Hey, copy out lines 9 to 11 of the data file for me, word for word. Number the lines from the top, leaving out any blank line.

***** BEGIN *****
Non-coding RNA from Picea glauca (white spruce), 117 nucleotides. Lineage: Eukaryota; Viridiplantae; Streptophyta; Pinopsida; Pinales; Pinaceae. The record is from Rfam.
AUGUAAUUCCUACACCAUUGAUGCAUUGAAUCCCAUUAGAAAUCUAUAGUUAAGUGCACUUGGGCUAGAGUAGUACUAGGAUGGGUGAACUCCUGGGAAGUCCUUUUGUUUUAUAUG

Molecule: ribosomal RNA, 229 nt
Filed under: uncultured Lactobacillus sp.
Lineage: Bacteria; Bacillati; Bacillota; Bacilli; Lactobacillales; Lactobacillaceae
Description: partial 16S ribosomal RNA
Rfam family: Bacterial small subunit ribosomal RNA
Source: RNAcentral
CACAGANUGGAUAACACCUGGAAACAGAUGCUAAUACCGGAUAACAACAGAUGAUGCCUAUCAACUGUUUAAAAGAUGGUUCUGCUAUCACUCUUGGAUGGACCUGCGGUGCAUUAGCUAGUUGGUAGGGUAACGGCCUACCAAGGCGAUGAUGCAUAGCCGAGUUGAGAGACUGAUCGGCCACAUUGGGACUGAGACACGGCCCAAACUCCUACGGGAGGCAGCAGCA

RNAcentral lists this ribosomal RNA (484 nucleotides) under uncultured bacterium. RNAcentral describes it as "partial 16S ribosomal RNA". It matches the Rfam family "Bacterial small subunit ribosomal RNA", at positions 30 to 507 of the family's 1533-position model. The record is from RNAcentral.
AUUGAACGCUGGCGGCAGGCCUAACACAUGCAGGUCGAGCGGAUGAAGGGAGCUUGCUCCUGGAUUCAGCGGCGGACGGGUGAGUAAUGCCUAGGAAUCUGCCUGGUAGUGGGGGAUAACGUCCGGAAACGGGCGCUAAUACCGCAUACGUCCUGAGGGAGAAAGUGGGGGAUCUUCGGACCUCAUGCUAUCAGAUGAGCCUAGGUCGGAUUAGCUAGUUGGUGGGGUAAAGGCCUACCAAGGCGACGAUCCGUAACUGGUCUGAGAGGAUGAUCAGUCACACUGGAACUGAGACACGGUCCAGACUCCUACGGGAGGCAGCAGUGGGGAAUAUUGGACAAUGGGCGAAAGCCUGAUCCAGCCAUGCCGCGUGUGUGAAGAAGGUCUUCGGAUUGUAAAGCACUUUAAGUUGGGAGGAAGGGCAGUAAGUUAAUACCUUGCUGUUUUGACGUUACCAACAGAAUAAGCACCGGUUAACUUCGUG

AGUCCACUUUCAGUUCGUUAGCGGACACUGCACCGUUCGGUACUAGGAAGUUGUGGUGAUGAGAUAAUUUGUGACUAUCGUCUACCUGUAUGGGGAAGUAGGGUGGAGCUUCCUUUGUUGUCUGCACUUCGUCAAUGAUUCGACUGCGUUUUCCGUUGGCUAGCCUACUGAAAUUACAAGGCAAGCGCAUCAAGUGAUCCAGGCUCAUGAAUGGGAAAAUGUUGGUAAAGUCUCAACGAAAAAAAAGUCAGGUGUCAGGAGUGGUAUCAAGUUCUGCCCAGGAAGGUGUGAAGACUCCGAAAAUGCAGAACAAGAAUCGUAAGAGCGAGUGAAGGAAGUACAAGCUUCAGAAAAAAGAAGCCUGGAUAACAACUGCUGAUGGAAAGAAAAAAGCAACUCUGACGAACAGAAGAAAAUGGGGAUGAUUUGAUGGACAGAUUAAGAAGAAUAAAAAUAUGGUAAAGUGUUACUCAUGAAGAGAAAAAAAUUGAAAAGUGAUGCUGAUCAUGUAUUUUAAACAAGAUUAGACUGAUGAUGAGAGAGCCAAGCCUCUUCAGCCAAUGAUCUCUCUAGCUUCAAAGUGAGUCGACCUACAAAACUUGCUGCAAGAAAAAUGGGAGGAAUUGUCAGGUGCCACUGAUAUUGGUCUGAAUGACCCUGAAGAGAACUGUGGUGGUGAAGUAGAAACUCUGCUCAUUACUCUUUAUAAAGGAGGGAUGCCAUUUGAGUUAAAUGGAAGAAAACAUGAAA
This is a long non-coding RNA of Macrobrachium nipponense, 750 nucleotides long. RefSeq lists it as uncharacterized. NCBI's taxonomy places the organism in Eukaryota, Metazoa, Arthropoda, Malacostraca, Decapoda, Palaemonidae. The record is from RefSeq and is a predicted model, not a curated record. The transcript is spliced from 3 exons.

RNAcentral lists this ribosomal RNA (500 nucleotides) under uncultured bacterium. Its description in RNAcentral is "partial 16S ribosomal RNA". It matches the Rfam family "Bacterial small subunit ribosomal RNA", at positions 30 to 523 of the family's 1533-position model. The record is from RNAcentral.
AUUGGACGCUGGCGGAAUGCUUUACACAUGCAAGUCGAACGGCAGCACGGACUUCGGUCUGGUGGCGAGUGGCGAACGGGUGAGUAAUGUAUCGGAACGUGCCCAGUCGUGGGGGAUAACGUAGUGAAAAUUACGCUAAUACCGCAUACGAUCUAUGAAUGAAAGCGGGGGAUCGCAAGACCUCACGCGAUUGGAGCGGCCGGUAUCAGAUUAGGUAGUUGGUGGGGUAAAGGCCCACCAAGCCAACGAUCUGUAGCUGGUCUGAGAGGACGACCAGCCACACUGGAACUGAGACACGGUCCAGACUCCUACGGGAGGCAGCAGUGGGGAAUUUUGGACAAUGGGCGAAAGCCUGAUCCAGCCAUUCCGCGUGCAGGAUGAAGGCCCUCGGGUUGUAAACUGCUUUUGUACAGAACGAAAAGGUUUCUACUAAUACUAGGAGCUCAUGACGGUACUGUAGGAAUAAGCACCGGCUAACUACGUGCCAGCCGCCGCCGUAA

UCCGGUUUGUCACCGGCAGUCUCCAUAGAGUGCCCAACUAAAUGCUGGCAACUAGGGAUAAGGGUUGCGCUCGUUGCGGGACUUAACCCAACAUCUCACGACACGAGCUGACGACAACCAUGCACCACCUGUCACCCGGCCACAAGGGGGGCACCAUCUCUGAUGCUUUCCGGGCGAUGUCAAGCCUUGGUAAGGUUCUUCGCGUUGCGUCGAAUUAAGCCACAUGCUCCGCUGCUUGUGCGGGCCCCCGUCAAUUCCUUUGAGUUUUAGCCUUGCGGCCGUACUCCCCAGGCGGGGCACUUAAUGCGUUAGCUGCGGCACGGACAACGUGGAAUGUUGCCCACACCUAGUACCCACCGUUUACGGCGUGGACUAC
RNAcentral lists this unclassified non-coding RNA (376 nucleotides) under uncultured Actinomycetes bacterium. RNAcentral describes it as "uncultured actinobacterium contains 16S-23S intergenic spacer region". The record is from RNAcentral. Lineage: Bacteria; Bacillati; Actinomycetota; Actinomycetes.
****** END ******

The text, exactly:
CACAGANUGGAUAACACCUGGAAACAGAUGCUAAUACCGGAUAACAACAGAUGAUGCCUAUCAACUGUUUAAAAGAUGGUUCUGCUAUCACUCUUGGAUGGACCUGCGGUGCAUUAGCUAGUUGGUAGGGUAACGGCCUACCAAGGCGAUGAUGCAUAGCCGAGUUGAGAGACUGAUCGGCCACAUUGGGACUGAGACACGGCCCAAACUCCUACGGGAGGCAGCAGCA

RNAcentral lists this ribosomal RNA (484 nucleotides) under uncultured bacterium. RNAcentral describes it as "partial 16S ribosomal RNA". It matches the Rfam family "Bacterial small subunit ribosomal RNA", at positions 30 to 507 of the family's 1533-position model. The record is from RNAcentral.
AUUGAACGCUGGCGGCAGGCCUAACACAUGCAGGUCGAGCGGAUGAAGGGAGCUUGCUCCUGGAUUCAGCGGCGGACGGGUGAGUAAUGCCUAGGAAUCUGCCUGGUAGUGGGGGAUAACGUCCGGAAACGGGCGCUAAUACCGCAUACGUCCUGAGGGAGAAAGUGGGGGAUCUUCGGACCUCAUGCUAUCAGAUGAGCCUAGGUCGGAUUAGCUAGUUGGUGGGGUAAAGGCCUACCAAGGCGACGAUCCGUAACUGGUCUGAGAGGAUGAUCAGUCACACUGGAACUGAGACACGGUCCAGACUCCUACGGGAGGCAGCAGUGGGGAAUAUUGGACAAUGGGCGAAAGCCUGAUCCAGCCAUGCCGCGUGUGUGAAGAAGGUCUUCGGAUUGUAAAGCACUUUAAGUUGGGAGGAAGGGCAGUAAGUUAAUACCUUGCUGUUUUGACGUUACCAACAGAAUAAGCACCGGUUAACUUCGUG